Results Top

A total of 1757 students participated in the survey and the response rate was ensured to be 100% by Google Form setting. Indian state-wise distribution of the sample is shown in [Figure 1]. The gender-wise distribution of the study participants based on their age, stream, and semester is given in [Table 1]. The mean age of participants was 20.42 ± 1.68 years. The majority of the students (64.71%) were pursuing medicine.
Figure 1: Distribution of sample according to Indian states

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Table 1: Distribution of research participants according to age, stream and semester of study

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The knowledge, attitude, and practice scores of the participants in respect to gender, stream, and semester are shown in [Table 2]. The overall correct response of 1757 participants in knowledge was 72% (score 5.77 ± 1.2 out of 8), the attitude was 84% (score 5.06 ± 0.83 out of 6), and practices were 58% (score 2.32 ± 0.93 out of 4). [Figure 2] shows the overall comparison between the three attributes of our study. We found a significant difference among knowledge, attitude, and practice scores (ANOVA P < 0.001). A post hoc analysis showed a significant difference between knowledge and attitude, knowledge and practice, and attitude and practice.
Table 2: Overall and gender, stream and semester wise knowledge, attitude, and practice scores

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Figure 2: Comparison of knowledge, attitude, and practice average score

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Association of the semester of the study with knowledge, attitude, and practice in medicine and engineering is shown in [Figure 3]a, [Figure 3]b, [Figure 3]c, respectively. There was a significant positive correlation (r = 0.13, P < 0.001) of the semester of the study with attitude in medicine students. Although there was statistical significance in the semester of study with knowledge and practice, the coefficient of determination (r2) does not indicate a good percentage of participants having a linear relation.[13] We found significant positive correlation of knowledge (r = 0.12, P = 0.002) and practice (r = 0.11, P = 0.008) with semester of study in engineering students.
Figure 3: Correlation of semester of study with (a) knowledge, (b) attitude, and (c) practice in medicine and engineering students

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  Discussion Top

While our study primarily aimed at comparing the knowledge, attitudes, and practices of COVID-19 among the students of medical and engineering colleges, comparisons based on gender and semester had also been done.

We found that 72% of the Indian medical and engineering students had proper knowledge, 84% had a positive attitude, and 58% appropriate practice. It indicates the role of the mass reach of social media, television, and other forms of media and the success of the government intervention in creating awareness and educating the general population about the virus, disease, and its prevention.[14],[15]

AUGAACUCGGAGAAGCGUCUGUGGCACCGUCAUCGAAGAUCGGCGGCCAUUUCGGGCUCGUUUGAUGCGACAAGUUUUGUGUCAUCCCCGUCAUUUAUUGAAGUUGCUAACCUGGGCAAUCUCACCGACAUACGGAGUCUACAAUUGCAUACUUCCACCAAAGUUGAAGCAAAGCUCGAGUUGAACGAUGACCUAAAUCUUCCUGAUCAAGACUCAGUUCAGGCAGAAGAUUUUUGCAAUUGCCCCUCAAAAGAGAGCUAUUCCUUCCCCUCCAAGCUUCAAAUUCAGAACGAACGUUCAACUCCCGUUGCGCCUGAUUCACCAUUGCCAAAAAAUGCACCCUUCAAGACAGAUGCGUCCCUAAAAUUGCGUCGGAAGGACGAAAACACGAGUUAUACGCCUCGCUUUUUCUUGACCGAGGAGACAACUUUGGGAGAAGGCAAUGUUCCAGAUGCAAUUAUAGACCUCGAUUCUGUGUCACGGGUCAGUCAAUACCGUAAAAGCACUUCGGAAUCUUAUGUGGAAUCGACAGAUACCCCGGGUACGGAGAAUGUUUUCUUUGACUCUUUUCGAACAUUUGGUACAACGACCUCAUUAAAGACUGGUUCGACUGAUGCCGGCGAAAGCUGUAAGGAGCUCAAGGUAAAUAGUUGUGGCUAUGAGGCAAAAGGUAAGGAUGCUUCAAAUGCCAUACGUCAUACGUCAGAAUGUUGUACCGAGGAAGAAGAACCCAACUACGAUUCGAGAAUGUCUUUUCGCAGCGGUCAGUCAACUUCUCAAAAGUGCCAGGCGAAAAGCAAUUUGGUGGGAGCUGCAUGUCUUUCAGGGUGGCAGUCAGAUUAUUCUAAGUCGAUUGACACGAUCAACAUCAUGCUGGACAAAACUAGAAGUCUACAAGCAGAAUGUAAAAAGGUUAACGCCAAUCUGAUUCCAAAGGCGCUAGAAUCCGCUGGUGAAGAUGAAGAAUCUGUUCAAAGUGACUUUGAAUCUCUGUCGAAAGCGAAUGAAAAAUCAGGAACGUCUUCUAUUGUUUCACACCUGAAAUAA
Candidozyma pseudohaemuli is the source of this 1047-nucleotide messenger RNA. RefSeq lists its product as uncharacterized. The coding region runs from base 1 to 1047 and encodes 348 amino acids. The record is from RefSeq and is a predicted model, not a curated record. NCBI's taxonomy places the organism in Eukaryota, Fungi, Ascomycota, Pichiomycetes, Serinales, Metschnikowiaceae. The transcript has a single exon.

There has been no difference in the scores of knowledge, attitudes, and practices between males and females. It is in contrast to the study conducted among the medical students of Dehradun, which showed a significant correlation between gender and practices.[16] It depicts that both the sexes have received equal opportunities in receiving knowledge and facts related to the pandemic and the attitudes and practices are not gender-specific as such.

We found a significant correlation in the scores of knowledge, attitudes, and practices according to the semesters, with the students of the end semesters scoring maximum in all three aspects followed by the students of the initial semesters and then the students of the mid semesters. One may infer from this result that since the students of end semesters are very close to joining the workforce of the population, therefore they have to be better prepared with the recent changes around the world and hence have scored better. Meanwhile, the students of the initial semesters, who have recently joined their colleges, are excited about learning new things.[17] Their curiosity has fuelled their interest in being aware of COVID-19 and in performing well in the questionnaire. However, it seems that the students of mid semesters are under the inertia of being stable in their colleges and are apparently unaffected by the external affairs around them and hence have scored lesser than the rest.

Our study has shown significant association in the scores of the knowledge and attitude between the medical and engineering students but not in practices. Furthermore, medical students have scored higher than engineering students in all three aspects. It can be said that since the medical students are specially taught about these diseases, their spread, and their treatment and are also trained to manage such medical emergencies in future, it reflects in their knowledge and attitude.[18] However the practices, which need to be personally adopted in daily life are unprecedented and are new for everyone to adapt, irrespective of their occupation or education.